SSB Agent User Guide


To connect to the SSB, you need to follow a few simple steps:

  • Instantiate a “connector” instance.
  • Register handlers for any messages you want to receive in your application (see below).
  • Call the connector’s “connect” method.

The code to do this looks like:

  final ServiceBusConnector context = new ServiceBusConnector();
  // indicate which types of data you would like to receive
  final Set<MessageType> supportedMessageTypes = new HashSet<MessageType>();
  // add some listeners (see below for more details)
  context.addMessageListener(new IsMessageType(GooseMessageTypes.DATA_MATRIX), new DataMatrixMessageListener());
  context.addMessageListener(new IsMessageType(GooseMessageTypes.NETWORK), new NetworkMessageListener());
  // etc.

There are also some things about the context which you can optionally configure, if desired. See the JavaDoc for additional details.

The current version of the ServiceBusConnector connects to a server running on the local host. There isn’t yet support for automatically finding a server or starting a server if one isn’t found.


When your application is ready to exit, it should be a good SSB citizen and disconnect. A future version may detect when agents crash without disconnecting. But the current version doesn’t notice this situation. So if you fail to disconnect before exiting, your application will continue to appear on the list of active agents.

The disconnection procedure is very simple:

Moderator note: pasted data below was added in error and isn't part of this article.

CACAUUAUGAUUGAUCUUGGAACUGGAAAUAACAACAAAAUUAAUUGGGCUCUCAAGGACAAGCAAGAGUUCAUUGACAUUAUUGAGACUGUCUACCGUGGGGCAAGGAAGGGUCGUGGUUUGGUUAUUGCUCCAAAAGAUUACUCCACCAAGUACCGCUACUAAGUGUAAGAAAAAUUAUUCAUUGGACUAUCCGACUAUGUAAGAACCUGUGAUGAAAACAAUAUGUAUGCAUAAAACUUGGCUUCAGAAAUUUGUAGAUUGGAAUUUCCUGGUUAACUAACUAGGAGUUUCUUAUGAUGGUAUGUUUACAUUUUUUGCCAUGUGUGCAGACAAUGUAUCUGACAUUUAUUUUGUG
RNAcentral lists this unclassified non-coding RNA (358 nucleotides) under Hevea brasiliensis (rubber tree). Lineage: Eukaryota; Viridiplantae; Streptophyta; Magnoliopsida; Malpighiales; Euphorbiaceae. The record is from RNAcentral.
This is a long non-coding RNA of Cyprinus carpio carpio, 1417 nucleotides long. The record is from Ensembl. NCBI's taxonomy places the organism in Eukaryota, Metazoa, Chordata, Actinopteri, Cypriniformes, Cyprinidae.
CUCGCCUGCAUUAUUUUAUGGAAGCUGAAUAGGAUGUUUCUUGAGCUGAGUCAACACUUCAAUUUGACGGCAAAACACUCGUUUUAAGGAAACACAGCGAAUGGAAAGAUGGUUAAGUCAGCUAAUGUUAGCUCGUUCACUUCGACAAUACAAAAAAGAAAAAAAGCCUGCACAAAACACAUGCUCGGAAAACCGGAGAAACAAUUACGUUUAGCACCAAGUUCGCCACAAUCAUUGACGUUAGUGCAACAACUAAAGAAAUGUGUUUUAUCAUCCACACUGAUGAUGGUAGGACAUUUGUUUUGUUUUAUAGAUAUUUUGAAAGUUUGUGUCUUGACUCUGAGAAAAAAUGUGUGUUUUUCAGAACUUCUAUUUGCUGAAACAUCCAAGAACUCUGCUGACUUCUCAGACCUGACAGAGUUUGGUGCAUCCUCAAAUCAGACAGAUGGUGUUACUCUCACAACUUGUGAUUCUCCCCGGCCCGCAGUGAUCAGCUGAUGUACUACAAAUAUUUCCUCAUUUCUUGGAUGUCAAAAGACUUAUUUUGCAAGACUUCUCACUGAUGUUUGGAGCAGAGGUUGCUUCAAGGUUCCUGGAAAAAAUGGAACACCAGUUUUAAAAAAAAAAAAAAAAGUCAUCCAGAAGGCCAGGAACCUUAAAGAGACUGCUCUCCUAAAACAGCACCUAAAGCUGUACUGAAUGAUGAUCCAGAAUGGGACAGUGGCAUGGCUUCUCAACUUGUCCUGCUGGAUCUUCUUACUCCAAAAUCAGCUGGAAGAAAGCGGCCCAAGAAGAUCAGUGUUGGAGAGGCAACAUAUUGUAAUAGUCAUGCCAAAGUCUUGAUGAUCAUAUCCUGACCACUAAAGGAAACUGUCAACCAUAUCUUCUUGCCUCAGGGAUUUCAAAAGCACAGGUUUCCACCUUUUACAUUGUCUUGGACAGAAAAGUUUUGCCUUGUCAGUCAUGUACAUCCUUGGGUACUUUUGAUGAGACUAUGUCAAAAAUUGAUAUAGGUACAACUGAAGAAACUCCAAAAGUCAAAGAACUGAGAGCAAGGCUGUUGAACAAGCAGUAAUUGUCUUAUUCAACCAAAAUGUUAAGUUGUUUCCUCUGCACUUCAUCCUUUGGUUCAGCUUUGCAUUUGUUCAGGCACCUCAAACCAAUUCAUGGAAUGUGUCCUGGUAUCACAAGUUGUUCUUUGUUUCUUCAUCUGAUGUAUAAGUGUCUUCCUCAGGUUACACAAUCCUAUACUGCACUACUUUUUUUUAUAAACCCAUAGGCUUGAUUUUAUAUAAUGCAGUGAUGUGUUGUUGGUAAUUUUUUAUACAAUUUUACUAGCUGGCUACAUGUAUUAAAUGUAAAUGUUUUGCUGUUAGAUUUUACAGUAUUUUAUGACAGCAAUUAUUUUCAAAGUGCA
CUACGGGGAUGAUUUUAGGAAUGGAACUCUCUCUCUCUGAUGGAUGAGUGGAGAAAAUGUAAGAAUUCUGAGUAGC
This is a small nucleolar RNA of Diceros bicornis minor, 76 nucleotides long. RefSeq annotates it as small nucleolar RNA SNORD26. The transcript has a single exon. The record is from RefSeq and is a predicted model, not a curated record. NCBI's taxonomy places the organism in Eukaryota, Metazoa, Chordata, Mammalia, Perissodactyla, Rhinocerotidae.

The context may be reused if you want to reconnect using the same context and the message listeners you registered earlier. If you want to register different message listeners, you need to create a new context instance, as there isn’t a way to unregister listeners.

Sending a Message

Send to a Single Agent

To send a message to a single agent, you need to:

  • identify the agent to receive the message
  • indicate what type of data the message contains
  • provide data to send

For example, if you want to send a data matrix to a specific agent, this is how you would do it:

    final DataMatrix matrix = createANewAndUsefulDataMatrx();
    context.sendAsync(destinationID, GooseMessageTypes.DATA_MATRIX, matrix);

The message is sent asynchronously and the send method may return before the message is actually delivered to the recipient.

Send to All Agents

You may also want to send a message to all agents who can receive a particular message type. This is accomplished similarly:

    final DataMatrix matrix = createANewAndUsefulDataMatrx();
    context.sendAsyncToAll(GooseMessageTypes.DATA_MATRIX, matrix);

The only difference is that, naturally, there is no need to identify the recipient agent in this case.

Custom Data Types

You may have some new type of data that you want to send but isn’t known to the SSB server. You don’t need to do anything special in this case aside from defining a new message type in your application. So, the steps for sending a custom message type are as follows: